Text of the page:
Thus, at this early stage in the development of his thought, and in the absence of the complex dialectical tools he would later employ in his encounter with the secular pioneers, Kook sometimes sounds like one of Jewish nationalism's severest critics. For example, he writes in 1902: "The inner difference between those who are faithful to the Torah and those who have abandoned it is greater than the difference between Israel and the nations. Though we differ from [the other nations] in our religion, we are nevertheless warned to love and respect them. But the wicked among our own people, who cast off the yoke of the Torah, we must hate and spurn." 54 Anyone familiar with Kook's later teaching, particularly his mystical doctrine of the inner power of the "uniqueness of Israel" and the objective stature of "the Assembly of Israel," cannot but be surprised by these sharp words.55 Moreover, so uncompromising a stance in regard to Jewish identity, excluding the unobservant as it does from the circle of Jewish fellowship, could not but undermine any possibility of cooperation between religious and nonreligious in pursuit of Zionist ends. Yet this position has ample precedent in classical Jewish sources, which Kook uses in mounting his bare-knuckled challenge:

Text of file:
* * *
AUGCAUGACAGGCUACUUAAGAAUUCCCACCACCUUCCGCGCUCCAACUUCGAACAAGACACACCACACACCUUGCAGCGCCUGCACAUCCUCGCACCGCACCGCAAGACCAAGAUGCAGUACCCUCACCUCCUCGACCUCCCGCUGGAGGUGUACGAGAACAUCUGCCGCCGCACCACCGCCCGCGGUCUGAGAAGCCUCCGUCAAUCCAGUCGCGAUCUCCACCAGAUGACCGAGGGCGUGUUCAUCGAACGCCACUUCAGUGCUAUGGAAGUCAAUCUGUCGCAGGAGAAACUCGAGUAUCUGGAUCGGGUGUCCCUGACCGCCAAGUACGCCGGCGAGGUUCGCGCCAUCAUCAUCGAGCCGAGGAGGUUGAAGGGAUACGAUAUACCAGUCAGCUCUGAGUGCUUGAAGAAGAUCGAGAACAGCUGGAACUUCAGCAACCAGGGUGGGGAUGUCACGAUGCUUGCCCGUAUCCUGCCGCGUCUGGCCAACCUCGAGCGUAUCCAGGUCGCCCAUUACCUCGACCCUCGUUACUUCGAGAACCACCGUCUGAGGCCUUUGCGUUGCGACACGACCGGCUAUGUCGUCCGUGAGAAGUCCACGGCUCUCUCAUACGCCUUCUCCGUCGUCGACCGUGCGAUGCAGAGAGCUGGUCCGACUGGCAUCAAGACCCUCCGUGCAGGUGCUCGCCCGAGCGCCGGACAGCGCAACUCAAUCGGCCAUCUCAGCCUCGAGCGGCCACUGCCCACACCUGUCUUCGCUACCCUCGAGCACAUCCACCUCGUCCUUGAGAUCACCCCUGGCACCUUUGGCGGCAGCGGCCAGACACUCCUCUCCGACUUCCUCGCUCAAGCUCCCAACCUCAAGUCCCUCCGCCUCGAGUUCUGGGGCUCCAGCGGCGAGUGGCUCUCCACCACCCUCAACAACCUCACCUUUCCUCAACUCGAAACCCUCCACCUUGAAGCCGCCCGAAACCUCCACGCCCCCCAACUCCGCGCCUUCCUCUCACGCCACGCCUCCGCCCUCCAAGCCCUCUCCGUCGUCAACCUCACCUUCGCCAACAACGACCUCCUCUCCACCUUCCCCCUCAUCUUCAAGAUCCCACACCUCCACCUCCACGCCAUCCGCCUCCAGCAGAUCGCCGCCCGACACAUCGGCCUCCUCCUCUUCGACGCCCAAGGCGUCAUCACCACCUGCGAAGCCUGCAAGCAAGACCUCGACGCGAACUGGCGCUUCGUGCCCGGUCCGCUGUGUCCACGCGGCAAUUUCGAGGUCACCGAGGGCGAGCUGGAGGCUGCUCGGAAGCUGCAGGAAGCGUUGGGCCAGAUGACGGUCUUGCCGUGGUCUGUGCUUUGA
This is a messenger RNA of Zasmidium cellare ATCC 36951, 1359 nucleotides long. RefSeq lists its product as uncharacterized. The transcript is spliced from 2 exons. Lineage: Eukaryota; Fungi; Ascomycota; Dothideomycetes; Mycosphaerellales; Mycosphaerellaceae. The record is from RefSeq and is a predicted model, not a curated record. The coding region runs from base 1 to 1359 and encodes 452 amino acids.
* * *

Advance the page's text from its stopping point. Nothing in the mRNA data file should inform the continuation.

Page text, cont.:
If those who tear off the garment of religion and deny the Torah think they are still Jews, still within the fold of their people and related to it by a national tie, by national brotherhood and national longings . . . [I say,] absolutely not! Those who observe the Torah and the commandments do not and cannot recognize any national solidarity with those who have washed their hands of the soul of the people and the source of its very life, nor can bonds of race or homeland [provide a substitute].